1. The sounds which are formed using both upper and lower lips (/m/, /b/,/w/) are called

  1. Bilabials ©

  2. Labiodentals

  3. Dentals

  4. Alveolar

  1. /f/ and /v/ are

  1.  Bilabials

  2. Labiodentals ©

  3. Dentals

  4. Alveolar

  1. The sounds formed with tongue tip behind(between) the upper front teeth (ð, θ] are called

 

  1. Bilabials

  2. Labiodentals

  3. Dentals (interdentals) ©

  4. Alveolar

  1. /t/, /d/, /s/, /n/ ad /z/ are called ________ because they are pronounced with the front part of the tongue on the alveolar ridge.

  1.  Bilabials

  2. Labiodentals

  3. Dentals

  4. Alveolar ©

  1. /k/ and /g/ are called

  1.  Bilabials

  2. Velars ©

  3. Dentals

  4. Alveolar

  1. There a sound that is produced without the active use of the tongue and the other parts of the mouth. What is it called?

  1.  Bilabials

  2. Velar

  3. Glottal ©

  4. Alveolar

  1. IPA stands for

  1. International Phonetic Association(Alphabet ) ©

  2. International Phonetic Authority

  3. International Phonetic  Academy

  4. International Phonic Association

The consonants sounds resulting from a  blocking effect on air stream is called Nasals

  1. Affricates

  2. Fricatives

  3. Plosives or Stops ©


  1. /p/, /b/, /t/, /d/,/k/ and /g/ are 6

  1. Plosives ©

  2. Nasals

  3. Liquids

  4. Fricatives

  1. The consonants having the air push through the narrow opening are called

  1.   Plosives

  2. Nasals

  3. Liquids

  4. Fricatives ©

  1. Find the examples of Affricates

  1. /m/, /n/,/b/

  2. /f/,/v/

  3. /ð/, /θ/

  4. /tʃ/,/dǯ/ ©

  1. /m/, /n/ and /ђ/ are called______________ consonants.

 

  1.   Plosive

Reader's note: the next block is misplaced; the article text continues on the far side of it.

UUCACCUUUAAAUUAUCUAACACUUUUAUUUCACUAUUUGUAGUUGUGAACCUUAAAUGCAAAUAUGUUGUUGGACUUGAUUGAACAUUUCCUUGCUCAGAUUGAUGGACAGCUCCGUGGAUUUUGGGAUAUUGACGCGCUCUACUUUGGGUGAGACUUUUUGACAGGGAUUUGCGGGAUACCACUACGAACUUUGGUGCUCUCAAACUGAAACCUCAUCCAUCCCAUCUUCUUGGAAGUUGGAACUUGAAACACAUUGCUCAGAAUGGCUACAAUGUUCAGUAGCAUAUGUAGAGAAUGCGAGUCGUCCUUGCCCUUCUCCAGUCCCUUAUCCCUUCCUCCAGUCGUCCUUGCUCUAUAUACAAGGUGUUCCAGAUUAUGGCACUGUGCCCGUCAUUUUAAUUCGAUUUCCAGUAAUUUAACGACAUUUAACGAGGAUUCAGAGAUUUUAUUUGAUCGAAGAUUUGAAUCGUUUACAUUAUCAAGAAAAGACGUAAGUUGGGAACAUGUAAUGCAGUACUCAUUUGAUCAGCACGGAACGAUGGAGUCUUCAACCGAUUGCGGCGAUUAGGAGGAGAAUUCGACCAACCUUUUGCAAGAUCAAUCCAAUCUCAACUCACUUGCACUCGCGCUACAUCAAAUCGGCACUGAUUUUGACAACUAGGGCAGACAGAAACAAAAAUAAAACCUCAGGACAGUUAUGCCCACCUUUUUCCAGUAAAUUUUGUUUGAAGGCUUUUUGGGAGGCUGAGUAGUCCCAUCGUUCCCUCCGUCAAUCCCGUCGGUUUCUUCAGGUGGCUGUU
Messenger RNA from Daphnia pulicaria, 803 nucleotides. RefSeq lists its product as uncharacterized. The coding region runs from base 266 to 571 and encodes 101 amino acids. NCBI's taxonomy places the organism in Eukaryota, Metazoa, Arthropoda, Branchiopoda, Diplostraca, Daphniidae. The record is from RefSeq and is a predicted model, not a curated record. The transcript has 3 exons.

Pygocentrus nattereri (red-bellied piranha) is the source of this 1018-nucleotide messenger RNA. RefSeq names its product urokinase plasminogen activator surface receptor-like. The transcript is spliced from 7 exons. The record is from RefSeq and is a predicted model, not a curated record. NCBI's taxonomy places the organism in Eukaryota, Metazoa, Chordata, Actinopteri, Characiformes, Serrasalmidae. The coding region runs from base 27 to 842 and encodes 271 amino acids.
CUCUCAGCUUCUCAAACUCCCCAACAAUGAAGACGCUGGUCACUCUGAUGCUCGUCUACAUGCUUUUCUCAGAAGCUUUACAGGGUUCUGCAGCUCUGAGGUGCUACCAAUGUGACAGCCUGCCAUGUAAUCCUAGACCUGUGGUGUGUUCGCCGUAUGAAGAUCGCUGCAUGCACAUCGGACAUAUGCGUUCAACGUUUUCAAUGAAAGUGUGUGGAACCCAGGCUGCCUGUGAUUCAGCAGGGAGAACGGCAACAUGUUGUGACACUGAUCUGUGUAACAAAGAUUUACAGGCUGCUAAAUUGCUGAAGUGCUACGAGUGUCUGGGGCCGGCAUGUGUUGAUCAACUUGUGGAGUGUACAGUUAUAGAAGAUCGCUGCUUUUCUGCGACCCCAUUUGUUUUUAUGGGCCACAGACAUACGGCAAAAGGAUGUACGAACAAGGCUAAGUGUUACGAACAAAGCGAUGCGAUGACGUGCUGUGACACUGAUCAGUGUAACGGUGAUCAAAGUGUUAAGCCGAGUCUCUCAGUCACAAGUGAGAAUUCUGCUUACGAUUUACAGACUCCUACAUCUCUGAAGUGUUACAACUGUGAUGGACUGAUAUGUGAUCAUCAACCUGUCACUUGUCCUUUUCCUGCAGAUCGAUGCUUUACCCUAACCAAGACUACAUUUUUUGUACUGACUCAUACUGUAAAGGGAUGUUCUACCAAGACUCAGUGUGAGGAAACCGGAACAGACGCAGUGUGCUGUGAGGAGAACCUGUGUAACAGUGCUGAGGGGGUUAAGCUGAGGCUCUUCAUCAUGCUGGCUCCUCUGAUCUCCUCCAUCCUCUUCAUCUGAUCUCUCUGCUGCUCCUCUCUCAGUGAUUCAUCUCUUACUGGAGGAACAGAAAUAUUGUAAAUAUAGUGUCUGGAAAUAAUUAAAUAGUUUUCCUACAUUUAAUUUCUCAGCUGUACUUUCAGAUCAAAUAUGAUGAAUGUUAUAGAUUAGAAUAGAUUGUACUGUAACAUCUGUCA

2. Nasal ©

  3. Liquid

  4. Fricative

  1. /w/, /r/and /j/ are called__________ consonants.

  1. Nasal

  2. Gliding

  3. Approximant

  4. Both B and C ©

  1. Find out liquid consonants.

  1. /l/,/r/

  2. /l/,/m/

  3. /l/,/n/

  4. /t,/,/p/

  1. What are the syllabic consonants in the following

   /l/,/r/ 

  1. /l/,/m/

  2. /l/,/n/ ©

  3. /t,/,/p/

  1. In American English if /t/ occurs between vowels, it is pronounced as /d/; for example, writer as rider and metal as medal. Name this term.

  1. Flapping ©

  2. Taping

  3. Stopping

  4. Mashing

  1. The only lateral sound is

  1. /l/ ©

  2. /t/

  3. /b/

  4. /h/

  1. The ___________ sounds are mostly articulated with obstruction in the vocal cart.

  1. Vowel

  2. Consonant ©

  3. Abstract

  4. Diphthongs

  1. The sounds which are pronounced without any obstruction in air passage, and are produced with a free flow of air are called

  1.  Vowel ©

  2. Consonant

  3. Abstract

  4. Diphthongs

  1. Mark the number of monothongs and diphthongs respectively.

  1. 12, 8 ©

  2. 8,12

  3. 14.6

  4. 14.8

  1. Read the transcription and judge the words (ˈ/flaʊə/, /ɔːtəməbiːl/,/ ˈkriːtʃə/

  1. Flower, Reach, mobile

  2. Flour, mobile. Crèches

  3. Flour, Automobile, Creature ©

  4. Flower, Mobile, Richer

  1.  The study of speech patterns is called

  1. Phonetics

  2. Phonology ©

  3. Morphology

  4. Pragmatics

  1. The smallest unit of speech sound is called

  1. Morpheme

  2. Phoneme ©

  3. Lexeme

  4. Allophone

  1. The versions of one phone are called

  1.  Morpheme